Before we gained love sense, it was hard to offer an incisive explanation for how love fails. Theories that concentrate on bad behavior and lack of communication skills focus on the symptoms of couple distress rather than the root cause: the overwhelming fear of being emotionally abandoned, set adrift in the sea of life without safe harbor.
What we’ve missed for so long is that discord is almost always an unconscious protest against floating loose and an attempt to call, and even force, a partner back into emotional connection. Here are some of those signs of discord:
1. The slow erosion.
When emotional starvation becomes the norm, and negative patterns of outraged criticism and defensiveness take over, our perspective changes. Our lover begins to feel like an enemy; our most familiar friend turns into a stranger. Trust dies, and grief begins in earnest.
Research from the University of California found that the quality of positive support—reassurance that a partner is loved and esteemed and is capable of taking control of his or her life—is the most crucial factor in the health of any relationship.
2. Poisonous criticism.
We never like to hear that there is something “wrong” with us, or that something needs changing, especially if this message is coming from the loved one we most depend on. Criticism from loved ones rings the survival alarm bell in our brain; it sets off the deep-seated fear that we will be rejected and abandoned.
Psychologist Jill Hooley’s work at Harvard measures the impact of critical, hostile comments made by loved ones and shows that disparagement by those we rely on may even trigger relapse of mental illness, such as depression.
3. Toxic stonewalling.
We all use withdrawal at times when we are hurt or offended, or simply worried about saying the wrong thing. It’s like a pause in the duet we do with our partner; it can allow us to gather our thoughts, find our balance. But withdrawal is toxic when it becomes the customary response to a partner’s perceived blaming.
One of the rules of attachment is that any response is better than none. When we stonewall, we mostly do so in order to cut off our emotions; we freeze and retreat into numbness. But when one dancer completely leaves the floor, the dance is no more.
4. Dead end.
As the cycle of hostile criticism and stonewalling occurs more frequently, it becomes ingrained and defines the relationship. These episodes are so destructive that any positive moments and behaviors are discounted and marginalized.
And as a couple’s behavior narrows, so do the partners’ views of each other. They shrink in each other’s eyes; the full panoply of their personalities shrivels. She’s a carping bitch; he’s a withholding boor.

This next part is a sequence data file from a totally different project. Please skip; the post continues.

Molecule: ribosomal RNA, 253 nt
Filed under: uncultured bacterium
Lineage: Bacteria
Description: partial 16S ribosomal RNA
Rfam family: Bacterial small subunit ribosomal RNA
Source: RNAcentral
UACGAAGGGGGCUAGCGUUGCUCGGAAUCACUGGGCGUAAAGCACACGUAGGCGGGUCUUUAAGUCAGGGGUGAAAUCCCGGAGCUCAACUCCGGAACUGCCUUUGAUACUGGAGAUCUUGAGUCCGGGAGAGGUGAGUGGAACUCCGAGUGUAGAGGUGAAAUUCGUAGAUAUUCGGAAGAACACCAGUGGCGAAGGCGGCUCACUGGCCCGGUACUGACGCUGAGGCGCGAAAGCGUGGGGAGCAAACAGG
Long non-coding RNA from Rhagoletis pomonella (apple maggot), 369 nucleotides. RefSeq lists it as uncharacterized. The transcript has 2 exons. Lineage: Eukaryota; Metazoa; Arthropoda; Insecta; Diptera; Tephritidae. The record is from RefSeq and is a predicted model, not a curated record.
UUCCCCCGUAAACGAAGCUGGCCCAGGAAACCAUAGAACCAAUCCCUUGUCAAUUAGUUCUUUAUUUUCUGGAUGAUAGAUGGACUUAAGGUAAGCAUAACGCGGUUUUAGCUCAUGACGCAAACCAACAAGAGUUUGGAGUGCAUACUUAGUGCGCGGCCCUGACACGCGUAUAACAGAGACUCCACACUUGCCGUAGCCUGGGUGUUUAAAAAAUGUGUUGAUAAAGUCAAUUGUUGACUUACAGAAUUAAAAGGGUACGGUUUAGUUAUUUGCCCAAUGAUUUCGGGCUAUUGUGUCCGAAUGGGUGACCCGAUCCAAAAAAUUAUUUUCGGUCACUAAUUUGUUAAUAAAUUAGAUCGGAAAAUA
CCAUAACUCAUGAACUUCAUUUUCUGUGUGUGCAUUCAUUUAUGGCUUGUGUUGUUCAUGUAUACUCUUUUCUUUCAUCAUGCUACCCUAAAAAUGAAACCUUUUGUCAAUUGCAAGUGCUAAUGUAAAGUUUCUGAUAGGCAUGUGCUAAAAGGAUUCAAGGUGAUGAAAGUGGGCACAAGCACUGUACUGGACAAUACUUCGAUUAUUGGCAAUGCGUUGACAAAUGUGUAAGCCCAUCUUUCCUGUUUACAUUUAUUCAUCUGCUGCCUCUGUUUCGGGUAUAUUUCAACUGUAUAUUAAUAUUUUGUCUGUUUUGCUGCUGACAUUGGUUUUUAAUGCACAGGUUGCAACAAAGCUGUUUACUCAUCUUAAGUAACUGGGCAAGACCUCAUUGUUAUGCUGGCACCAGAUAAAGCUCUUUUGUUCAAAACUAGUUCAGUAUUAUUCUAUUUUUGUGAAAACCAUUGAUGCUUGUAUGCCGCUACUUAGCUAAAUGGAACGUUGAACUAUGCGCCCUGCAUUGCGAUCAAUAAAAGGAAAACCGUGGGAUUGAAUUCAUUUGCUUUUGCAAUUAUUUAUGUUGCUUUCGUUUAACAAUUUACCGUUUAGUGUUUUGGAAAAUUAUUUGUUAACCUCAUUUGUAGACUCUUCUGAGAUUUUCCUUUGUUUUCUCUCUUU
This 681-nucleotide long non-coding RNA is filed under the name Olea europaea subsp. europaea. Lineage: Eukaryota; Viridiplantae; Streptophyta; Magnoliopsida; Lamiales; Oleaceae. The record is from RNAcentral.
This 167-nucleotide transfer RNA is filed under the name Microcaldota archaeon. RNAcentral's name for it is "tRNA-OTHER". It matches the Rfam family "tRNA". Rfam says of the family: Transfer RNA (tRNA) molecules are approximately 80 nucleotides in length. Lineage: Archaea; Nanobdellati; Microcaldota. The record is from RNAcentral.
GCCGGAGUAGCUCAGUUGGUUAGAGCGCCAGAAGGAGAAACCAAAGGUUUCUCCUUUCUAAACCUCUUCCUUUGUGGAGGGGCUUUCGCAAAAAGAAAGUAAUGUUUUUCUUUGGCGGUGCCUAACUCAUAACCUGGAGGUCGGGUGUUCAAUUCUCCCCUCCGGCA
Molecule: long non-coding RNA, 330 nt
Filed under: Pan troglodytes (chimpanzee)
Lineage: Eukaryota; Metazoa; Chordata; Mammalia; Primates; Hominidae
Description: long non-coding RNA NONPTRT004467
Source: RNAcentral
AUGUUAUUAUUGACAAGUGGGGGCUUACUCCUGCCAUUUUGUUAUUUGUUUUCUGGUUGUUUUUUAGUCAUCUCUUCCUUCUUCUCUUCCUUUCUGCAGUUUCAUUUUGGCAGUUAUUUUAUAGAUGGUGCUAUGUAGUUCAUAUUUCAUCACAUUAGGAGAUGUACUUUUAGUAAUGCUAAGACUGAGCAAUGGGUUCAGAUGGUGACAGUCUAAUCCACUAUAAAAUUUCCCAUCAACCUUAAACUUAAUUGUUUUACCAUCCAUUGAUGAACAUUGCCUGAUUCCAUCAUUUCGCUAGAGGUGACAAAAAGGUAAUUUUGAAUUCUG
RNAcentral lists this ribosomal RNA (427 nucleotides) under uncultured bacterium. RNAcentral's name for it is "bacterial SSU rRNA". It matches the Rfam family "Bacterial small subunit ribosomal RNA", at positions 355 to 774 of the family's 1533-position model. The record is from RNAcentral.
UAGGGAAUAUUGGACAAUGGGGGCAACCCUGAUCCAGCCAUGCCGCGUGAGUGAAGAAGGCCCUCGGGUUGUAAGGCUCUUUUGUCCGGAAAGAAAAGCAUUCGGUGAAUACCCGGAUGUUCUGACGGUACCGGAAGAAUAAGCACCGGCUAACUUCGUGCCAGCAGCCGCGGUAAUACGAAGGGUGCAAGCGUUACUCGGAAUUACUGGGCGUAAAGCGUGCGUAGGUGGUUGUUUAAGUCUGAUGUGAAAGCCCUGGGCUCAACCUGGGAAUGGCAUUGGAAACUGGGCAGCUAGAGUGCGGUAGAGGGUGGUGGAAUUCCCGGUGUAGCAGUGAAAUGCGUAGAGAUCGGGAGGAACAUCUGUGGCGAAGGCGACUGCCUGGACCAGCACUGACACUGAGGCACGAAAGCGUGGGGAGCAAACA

Psychologists refer to this as a process of escalating negative appraisal, where every response is seen in the worst possible light. Both partners become hyper vigilant for any hint of slurs and slights, abandonment and rejection. They cannot give each other the benefit of the doubt, even for a moment.
5. The sudden snap.
Everyone knows that an affair can cripple a relationship. But other events may be just as momentous and damaging because they contravene our wired-in expectations that loved ones will be our shelter at moments of threat or distress. The young wife who miscarries and finds her husband can’t comfort her. An immigrant who pleads with her husband for her sick mother to visit and is told to grow up.
If we do not understand the incredible power of attachment and its impact on us, we can inadvertently hurt our partner deeply simply by not understanding what kind of response is required.
All such disastrous events are marked by moments of intense need and vulnerability, when a loved one is called upon to provide responsive care and does not come through. In these incidents, the answer to the key attachment questions—“Are you there for me when I need you?” and “Will you put me first?”—is a resounding no.
These failures of empathy and responsiveness create wounds that cannot be put aside or papered over. Most people recognize these wounds on an instinctual, gut level when they are describing them, even if they have never heard of the new science of love, and many do not believe that they can be healed. But indeed they can, even when they occur in relationships that are already tottering.
Author: DR. SUE JOHNSON